Lady Gaga 'Joanne' Review: Our Track-By-Track Guide To Her New Album

How does 'Joanne' hold up to her previous offerings?

Let’s make one thing clear. If you’re looking for another ‘Boys Boys Boys’, a new ‘Donatella’ or the follow-up to ‘Eh Eh (Nothing Else I Can Say)’, then the new Lady Gaga album ‘Joanne’ is not going to be for you.

In the lead-up to the album’s release, there’s been a lot of talk about what it won’t be. It won’t be pop, it won’t be for casual Gaga fans, it won’t be the singer as we’ve ever seen her before. But with all this chat about what Joanne isn’t… what are we actually left with? Here’s our track-by-track review.

<strong> Lady Gaga</strong>
Lady Gaga
Dimitrios Kambouris via Getty Images

‘Diamond Heart’
Opening the album with ‘Diamond Heart’ is a good idea, because it sets the scene nicely. It’s among the songs on ‘Joanne’ most reminiscent of Gaga’s earlier work, but it’s also clear pretty early on that this isn’t going to be joining ‘Poker Face’ and ‘Bad Romance’ on the setlist at your cousin’s wedding.

“I may not be perfect,” she sings on the chorus, “but I’ve got a diamond heart”.

Nice metaphor, that.

One of three ‘Joanne’ tracks that Gaga previewed before the album first came out, it sounds a bit like a cross between album cuts ‘MANiCURE’ and ‘Americano’, but with touches of country. Gaga has repeatedly said that she wanted her new album to have a “dive bar” feel, which she achieves to varying success over the course of the album, but on ‘A-YO’, she pulls it off perfectly.

If you’re not wanting to throw back a beer and throw out some double hand-claps on a sticky dance floor by the end of it, then you need to give it another listen until you do.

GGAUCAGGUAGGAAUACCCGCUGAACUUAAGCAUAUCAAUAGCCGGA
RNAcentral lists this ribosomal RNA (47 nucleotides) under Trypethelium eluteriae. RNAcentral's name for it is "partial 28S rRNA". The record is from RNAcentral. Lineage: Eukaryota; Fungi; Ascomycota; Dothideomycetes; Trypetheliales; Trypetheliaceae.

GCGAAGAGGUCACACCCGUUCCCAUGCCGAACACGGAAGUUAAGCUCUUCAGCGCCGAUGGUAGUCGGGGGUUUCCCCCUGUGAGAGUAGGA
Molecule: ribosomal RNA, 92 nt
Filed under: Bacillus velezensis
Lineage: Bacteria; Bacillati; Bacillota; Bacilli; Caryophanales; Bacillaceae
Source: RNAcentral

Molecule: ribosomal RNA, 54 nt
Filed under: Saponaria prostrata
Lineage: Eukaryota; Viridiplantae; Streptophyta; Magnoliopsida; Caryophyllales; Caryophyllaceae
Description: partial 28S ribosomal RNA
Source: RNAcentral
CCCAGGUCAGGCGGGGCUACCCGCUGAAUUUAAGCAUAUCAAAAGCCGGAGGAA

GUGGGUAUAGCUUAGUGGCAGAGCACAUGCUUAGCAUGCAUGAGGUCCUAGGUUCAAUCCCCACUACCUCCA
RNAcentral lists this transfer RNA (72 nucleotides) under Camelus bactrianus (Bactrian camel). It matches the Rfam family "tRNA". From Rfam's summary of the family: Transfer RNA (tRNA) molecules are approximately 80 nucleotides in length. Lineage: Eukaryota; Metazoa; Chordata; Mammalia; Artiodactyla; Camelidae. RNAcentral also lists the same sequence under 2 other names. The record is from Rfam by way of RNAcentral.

The title track is the first moment on the album when the BPM drops. It’s the most stripped-back we’ve ever heard Gaga, she’s accompanied by just an acoustic guitar and sings to her late aunt, for whom the album (and Gaga herself - real name Stefani Joanne Angelina Germanotta) was named.

Frankly, saying something negative about a song so clearly personal feels somewhat distasteful, so I’ll leave that one there, and say that if what you were hoping from Gaga was to hear some honesty, this is the one you’ll want to skip to.

‘John Wayne’
‘Joanne’ feels like Gaga’s “serious” album, which is unfortunate, to be honest, as she tends to work best when she’s showing her oft-neglected sense of humour. That’s why ‘John Wayne’ is one of the stand-outs, with the cowboy references feeling decidedly more tongue-in-cheek than when she’s trying to convince us she’s the hottest thing on the country scene elsewhere on the album.

‘John Wayne’ is a bit of fun (opening line: “I just love a cowboy I know it’s bad, but I’m, like, can I just hang off the back of your horse and can you go a LITTLE FASTER?”), making it one of the more important moments of ‘Joanne’, and a welcome relief.

‘Dancin’ In Circles’
Who would have thought it would take Beck to deliver the most Lady Gaga-sounding song on ‘Joanne’?

‘Dancin’ In Circles’ is one of the few songs on the album that could be classed as pop music. It’s also very RUDE, with the lyrics relating to having a jolly good time by yourself.

“In the fire I call your name out”, she sings in the pre-chorus, “Up all night try to rub the pain out.”

Goodness. Still, it’s fair to say this is the best song on ‘Joanne’, with a beat you can really dance to, a spoken-word middle 8 harking back to the ‘Fame’ days and, yes, some lyrics guaranteed to raise a smirk.